Move over, Moleskine. MUCU Notebooks ($12-$20) are made by a small Tokyo-based company using artisan techniques, hand-finished and built using largely untreated materials like newspaper stock, canvas, and tarpaulin. Styles include the Moleskine-like pocket ringbook, the Field Notes-esque blank note in both medium and small sizes, and the unfortunately Mead Five Star-reminiscent squared ringnote.
As much as we've moved our lives over to the virtual digital realm, there are still times when we need to write something out by hand. The Fjader Pen ($40) is a fine choice for the job, with an included stand and a clean, modern design that recalls an old school feather pen — in fact, the word fjader means "feather" in Swedish, and is probably also the name of a kickin' dinette set from Ikea. [Thanks, Colin]
No matter what your day brings you, you can rest assured that you've got the tools to tackle it with the Doane Daily Arsenal Kit ($66). This 21-piece set includes every single stationery product from Doane's grid+lines collection, including large and small writing pads, a flap jotter, two utility notebooks, large and small idea journals, and, of course, pens and pencils. Sure, you could pick out all of this stuff separately, but face it: you're way too lazy for that.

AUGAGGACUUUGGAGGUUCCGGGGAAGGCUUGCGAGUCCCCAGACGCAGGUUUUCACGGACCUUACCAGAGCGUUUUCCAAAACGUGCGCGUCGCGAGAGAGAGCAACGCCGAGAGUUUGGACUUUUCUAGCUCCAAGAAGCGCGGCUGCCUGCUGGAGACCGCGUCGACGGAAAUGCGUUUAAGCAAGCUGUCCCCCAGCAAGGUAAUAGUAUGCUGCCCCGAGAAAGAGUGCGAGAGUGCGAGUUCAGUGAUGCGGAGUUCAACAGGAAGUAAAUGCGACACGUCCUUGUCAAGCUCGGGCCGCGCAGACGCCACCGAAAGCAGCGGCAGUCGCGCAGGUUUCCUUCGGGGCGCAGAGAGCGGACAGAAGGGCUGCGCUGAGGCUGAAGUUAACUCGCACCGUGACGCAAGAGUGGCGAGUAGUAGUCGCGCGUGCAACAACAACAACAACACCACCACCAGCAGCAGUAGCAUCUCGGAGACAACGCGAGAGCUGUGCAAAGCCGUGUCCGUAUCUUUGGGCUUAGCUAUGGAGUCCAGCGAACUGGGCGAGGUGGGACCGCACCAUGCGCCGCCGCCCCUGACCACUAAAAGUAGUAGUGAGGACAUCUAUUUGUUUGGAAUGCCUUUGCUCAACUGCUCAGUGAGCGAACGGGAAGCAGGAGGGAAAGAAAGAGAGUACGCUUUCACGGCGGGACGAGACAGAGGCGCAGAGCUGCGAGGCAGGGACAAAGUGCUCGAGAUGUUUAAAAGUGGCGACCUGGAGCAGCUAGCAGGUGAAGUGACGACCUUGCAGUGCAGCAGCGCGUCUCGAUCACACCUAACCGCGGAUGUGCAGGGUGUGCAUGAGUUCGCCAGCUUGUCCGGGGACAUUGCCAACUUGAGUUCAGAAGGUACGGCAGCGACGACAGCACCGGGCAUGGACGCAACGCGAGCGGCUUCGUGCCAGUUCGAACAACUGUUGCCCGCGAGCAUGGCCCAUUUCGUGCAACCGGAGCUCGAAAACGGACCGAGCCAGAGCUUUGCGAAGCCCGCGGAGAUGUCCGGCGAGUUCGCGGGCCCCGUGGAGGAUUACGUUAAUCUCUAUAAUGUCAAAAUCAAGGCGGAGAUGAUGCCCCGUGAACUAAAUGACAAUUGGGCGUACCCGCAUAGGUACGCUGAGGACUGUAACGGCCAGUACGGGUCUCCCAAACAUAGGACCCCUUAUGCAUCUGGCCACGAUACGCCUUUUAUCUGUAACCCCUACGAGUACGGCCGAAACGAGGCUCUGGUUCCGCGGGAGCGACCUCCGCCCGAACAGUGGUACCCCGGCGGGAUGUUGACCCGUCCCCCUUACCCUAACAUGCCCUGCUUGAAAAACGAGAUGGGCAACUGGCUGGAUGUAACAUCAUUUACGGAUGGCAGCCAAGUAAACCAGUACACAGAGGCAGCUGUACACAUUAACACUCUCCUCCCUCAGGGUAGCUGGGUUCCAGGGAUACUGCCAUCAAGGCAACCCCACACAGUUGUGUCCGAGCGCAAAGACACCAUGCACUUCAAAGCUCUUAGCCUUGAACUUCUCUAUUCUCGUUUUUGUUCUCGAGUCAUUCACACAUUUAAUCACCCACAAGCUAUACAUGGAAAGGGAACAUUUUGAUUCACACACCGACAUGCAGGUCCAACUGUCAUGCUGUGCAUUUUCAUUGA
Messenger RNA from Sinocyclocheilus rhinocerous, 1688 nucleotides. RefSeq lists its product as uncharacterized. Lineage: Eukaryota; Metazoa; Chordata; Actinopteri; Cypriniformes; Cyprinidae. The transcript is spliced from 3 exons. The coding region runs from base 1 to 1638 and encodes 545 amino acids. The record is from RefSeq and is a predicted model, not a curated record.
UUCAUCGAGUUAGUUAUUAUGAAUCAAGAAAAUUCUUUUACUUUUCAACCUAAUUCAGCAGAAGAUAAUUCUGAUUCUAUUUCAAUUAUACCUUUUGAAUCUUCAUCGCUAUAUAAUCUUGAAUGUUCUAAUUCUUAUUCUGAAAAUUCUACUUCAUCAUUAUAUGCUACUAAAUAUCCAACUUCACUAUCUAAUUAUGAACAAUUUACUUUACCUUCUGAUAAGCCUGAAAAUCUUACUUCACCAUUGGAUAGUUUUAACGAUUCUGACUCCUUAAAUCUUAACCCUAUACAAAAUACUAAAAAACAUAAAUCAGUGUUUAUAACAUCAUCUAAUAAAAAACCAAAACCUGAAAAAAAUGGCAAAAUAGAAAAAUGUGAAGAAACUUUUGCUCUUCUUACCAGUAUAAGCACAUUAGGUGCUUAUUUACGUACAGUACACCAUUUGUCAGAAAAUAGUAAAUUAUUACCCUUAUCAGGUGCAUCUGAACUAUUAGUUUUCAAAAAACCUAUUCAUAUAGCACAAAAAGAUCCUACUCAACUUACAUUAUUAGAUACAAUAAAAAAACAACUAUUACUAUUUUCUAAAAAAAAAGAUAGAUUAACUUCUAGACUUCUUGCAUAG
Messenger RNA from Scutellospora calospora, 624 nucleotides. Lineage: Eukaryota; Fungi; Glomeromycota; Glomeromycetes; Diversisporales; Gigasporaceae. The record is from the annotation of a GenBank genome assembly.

If the slim black cover of your Moleskine notebook simply isn't cutting it for you, perhaps you should consider a Billykirk Journal ($145). Looking like a relic from a forgotten age when penmanship was still more important than typing speed, this high-end journal cover is hand stitched from tan leather, with a clever pencil-loop closure and dimensions that make it just right for standard Moleskine notebooks.
One of the biggest challenges facing small business owners — especially those running a virtual office — is finding someone to man the phones. Ruby Receptionists is a Portland-based company that seeks to help with this problem by providing a team of friendly, trained virtual receptionists who can answer your company's phone calls, forward them to you, send calls to voicemail, and even transcribe important messages and deliver them via email should you be tied up taking care of another project. It's not just cheaper than hiring an on-site receptionist — it also eliminates any chance of your colleagues becoming overly enamored with the new help. [Thanks, Greg]